The art works are lovely. Not all of them are originals; some are restorations, late additions and substitutes but in the end it doesn’t really matter, (or not to me, anyway).  They are lovely to look at, and they are symbols of a faith that means a great deal to the people here.  After all those years when these believers were denied their churches, when aggressive atheism meant that many of the churches were stripped of their artworks to be sold off or destroyed, and when the buildings were used as storehouses and museums, well, even a non-believer like me respects the value of these churches.

Moscow Sergiev Posad 014This rather unimpressive edifice is the tomb of Boris Godunov, the subject of Mussorgsky’s opera but also Tsar of Russia in the 16th century.  I can’t remember why he is buried here and not somewhere else, I’ll have to look it up to find out when I have more time.  but whatever the reason, you’d think a Tsar would have a statue at the very least but no, just this box which looks more like a potato storehouse to me.

Alas, I don’t have any pictures of the highlight of the day, the performance of the National Russian Dance Show, Kostroma.  The first half of the show was a series of tableaux depicting the history of Russia, and after interval there were traditional folk dances from all over the Russian federation. The costumes were gorgeous and the dancers were superb.  But if you hunt around on You Tube you are bound to find a clip.

Update (back at home)

Here are a couple of links:

It’s late now, very late and tomorrow we are off to see the Armoury and the Kremlin and then we’re off to St Petersburg on the train.  The plan is to upload this in the morning after breakfast!

Posted in Cathedrals & churches, Gardens, Historic buildings, LitLovers pilgrimage, Moscow 2012, Museums, Russia 2012, Sergei Posad 2012 | Tagged: , | 2 Comments »

Grand Tour of Moscow 25.8.12

Posted by Lisa Hill on August 26, 2012

This was the first day of our tour with Cox and Kings and so we met up with Irina our guide and set off on the coach with our driver Sergei for the Grand Tour of Moscow.  I think we saw everything of significance that there was to see – the Seven Sisters which are mega buildings commissioned by Stalin, Moscow University, the ring roads, assorted bridges, lots of gorgeous churches and many fine buildings dating from the 18th century and so on.  We went to the Arbat which is a pedestrianised street in central Moscow where tourists like us buy silly Russian hats and drink complementary shots of Vodka (and yes, we did both, and bought some nice presents for our friends), but we resisted buying any Babushkas.  It’s very late now and I’ve had a cocktail or two so it’s all a bit of a blur, but what stands out is the extraordinary way that the Russians have rebuilt churches that the Soviets demolished, the magnificence of Red Square and the artwork in the Metro stations.

The first church we visited was the restored Cathedral of Christ the Saviour.  The Soviets blew up the original in 1931 – there are photos of it on Wikipedia and also this excellent video at YouTube – like those amazing restorations in Barcelona, it’s very hard for the general tourist to tell the difference.   We went to St Basil’s too, (that’s the one with the brightly coloured domes that everyone associates with Moscow) and saw some gorgeous icons in situ.  We were also treated to a glorious a cappella male choir performance while we were there, just five voices but it was spine-tingling, especially the bass.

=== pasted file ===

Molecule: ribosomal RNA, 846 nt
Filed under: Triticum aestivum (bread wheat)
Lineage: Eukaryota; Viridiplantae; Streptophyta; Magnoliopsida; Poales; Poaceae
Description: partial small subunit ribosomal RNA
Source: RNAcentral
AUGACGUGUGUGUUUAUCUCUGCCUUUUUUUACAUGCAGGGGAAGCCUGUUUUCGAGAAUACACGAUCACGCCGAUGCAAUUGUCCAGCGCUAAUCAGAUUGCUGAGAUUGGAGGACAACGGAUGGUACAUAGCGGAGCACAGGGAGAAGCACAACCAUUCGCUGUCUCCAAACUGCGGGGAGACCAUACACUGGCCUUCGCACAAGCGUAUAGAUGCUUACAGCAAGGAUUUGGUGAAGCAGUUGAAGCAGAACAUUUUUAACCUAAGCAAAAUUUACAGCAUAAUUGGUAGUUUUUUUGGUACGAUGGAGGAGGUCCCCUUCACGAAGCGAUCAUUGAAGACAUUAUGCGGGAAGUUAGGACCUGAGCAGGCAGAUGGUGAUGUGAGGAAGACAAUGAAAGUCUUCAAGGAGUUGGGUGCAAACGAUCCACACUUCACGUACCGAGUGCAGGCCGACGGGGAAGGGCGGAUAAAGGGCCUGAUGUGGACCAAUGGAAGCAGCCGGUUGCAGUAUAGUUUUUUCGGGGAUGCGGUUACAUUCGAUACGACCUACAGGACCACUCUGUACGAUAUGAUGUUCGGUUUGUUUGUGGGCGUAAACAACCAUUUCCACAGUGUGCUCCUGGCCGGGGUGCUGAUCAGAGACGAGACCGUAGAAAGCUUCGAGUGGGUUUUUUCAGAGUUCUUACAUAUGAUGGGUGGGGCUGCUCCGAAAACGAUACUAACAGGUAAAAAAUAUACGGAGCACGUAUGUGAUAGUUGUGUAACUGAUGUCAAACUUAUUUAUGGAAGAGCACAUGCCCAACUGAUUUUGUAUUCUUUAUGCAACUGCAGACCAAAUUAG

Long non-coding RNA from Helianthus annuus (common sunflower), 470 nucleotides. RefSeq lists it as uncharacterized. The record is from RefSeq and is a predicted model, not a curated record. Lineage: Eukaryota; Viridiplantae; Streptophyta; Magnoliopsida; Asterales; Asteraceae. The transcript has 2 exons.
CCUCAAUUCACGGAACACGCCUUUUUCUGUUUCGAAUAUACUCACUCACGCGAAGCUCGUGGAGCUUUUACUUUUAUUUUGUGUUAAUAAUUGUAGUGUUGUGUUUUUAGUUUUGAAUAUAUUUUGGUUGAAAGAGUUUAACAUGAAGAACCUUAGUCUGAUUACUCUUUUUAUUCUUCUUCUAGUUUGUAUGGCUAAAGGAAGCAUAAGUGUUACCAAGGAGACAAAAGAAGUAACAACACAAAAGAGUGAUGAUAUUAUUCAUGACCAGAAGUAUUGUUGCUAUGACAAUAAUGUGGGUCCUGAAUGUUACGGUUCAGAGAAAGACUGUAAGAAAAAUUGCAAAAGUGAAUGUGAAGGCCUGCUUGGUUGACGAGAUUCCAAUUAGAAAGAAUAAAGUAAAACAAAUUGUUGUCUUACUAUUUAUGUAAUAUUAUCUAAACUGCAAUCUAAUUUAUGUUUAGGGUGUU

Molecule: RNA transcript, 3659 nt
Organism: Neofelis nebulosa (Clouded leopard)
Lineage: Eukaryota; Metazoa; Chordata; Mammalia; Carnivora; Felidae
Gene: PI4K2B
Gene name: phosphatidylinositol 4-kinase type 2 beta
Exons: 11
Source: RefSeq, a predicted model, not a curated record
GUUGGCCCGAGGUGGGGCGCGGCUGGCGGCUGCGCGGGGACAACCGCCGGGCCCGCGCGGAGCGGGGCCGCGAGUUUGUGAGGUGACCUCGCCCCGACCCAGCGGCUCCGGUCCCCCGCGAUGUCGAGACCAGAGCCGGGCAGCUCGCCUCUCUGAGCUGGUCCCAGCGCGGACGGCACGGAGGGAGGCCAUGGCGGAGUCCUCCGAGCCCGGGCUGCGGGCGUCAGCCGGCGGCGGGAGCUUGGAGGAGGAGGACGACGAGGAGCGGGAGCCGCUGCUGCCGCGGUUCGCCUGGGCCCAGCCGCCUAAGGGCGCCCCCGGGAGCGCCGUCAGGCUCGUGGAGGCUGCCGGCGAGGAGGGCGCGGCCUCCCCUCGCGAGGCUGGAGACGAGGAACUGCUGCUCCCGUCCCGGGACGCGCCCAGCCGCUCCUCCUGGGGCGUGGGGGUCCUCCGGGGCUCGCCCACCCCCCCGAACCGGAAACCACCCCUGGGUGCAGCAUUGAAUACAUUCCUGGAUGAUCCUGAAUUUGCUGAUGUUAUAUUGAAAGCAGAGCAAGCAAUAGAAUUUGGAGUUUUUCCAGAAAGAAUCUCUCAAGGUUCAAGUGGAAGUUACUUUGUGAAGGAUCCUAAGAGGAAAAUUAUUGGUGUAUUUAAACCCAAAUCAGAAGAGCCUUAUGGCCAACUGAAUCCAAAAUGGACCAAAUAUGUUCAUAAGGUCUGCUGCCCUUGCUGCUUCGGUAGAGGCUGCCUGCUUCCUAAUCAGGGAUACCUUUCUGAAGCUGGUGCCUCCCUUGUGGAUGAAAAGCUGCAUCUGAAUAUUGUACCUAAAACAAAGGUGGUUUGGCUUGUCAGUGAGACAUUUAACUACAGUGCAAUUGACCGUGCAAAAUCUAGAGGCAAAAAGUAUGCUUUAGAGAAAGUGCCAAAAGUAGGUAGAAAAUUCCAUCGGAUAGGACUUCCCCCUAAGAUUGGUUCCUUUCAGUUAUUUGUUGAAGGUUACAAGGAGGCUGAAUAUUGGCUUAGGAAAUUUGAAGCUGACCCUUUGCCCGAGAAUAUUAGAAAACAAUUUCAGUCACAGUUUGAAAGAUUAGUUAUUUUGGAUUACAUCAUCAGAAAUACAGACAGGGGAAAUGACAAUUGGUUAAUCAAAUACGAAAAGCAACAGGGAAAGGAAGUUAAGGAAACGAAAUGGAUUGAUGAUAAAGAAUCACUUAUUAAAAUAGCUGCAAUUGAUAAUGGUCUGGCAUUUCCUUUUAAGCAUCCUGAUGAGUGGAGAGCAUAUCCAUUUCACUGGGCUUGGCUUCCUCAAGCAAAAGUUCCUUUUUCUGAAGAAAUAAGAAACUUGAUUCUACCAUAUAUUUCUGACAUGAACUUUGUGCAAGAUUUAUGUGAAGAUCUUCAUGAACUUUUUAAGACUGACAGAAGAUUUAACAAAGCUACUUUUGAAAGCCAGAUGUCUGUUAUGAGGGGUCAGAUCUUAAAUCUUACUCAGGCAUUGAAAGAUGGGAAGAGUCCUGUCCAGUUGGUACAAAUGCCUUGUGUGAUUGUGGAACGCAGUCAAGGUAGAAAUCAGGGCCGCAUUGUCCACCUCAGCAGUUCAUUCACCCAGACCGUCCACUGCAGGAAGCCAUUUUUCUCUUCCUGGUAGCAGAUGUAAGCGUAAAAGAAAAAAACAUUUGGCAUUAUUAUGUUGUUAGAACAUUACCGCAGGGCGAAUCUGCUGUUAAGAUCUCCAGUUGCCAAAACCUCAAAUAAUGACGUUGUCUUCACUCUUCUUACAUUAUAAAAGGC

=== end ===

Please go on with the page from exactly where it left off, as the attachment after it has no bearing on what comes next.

Red Square, to people of my generation, is associated with those ominous displays of Soviet military power during the Cold War.  But to people here, it’s associated with celebrations of victories over assorted interlopers, most notably Napoleon who left with his tail between his legs in 1812.  There will be mighty celebrations on the 200th anniversary of this event this year because in a city as old as Moscow, this is recent history and it’s well worth having a party!  There are also surprising examples of Soviet humour: Stalin and Lenin lookalikes posing for photos, and people joking about how they queue up to see Lenin’s mausoleum to make sure he’s really dead.

We saw the Pushkin Museum of Fine Arts  – to which we hope to return later in our stay if we have time.  It turns out that I was completely wrong about the availability of Western artworks here, it’s just that they’re not at the Tretyakov.  At the Pushkin, there’s Goya, Matisse, Manet, and all the rest, and we discovered this when we went in to use the loo and saw the museum plan but there wasn’t time to go in and see them all.  We whizzed past the Moscow Library and a statue of Dostoyevsky, and also a huge bookshop which apparently stocks books in English too.   We spent a bit of time in the local temple of commerce, ‘Gum’ which is a massive shopping complex full of international designer brands and a lot of window-shoppers and then we did the trains.

It’s probably really hard for anyone in Melbourne to imagine that we spent two hours riding around on the subway looking at stations, but that is exactly what we did.  It turns out that the station we used the other day was one of the shabbier ones, the main stations are magnificent, each one done in a different style focussing in some on Soviet heroes or history and in others on the culture of the Soviet republics.

More tomorrow!

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Posted in Cathedrals & churches, Historic buildings, Moscow 2012, Russia 2012 | Tagged: | 3 Comments »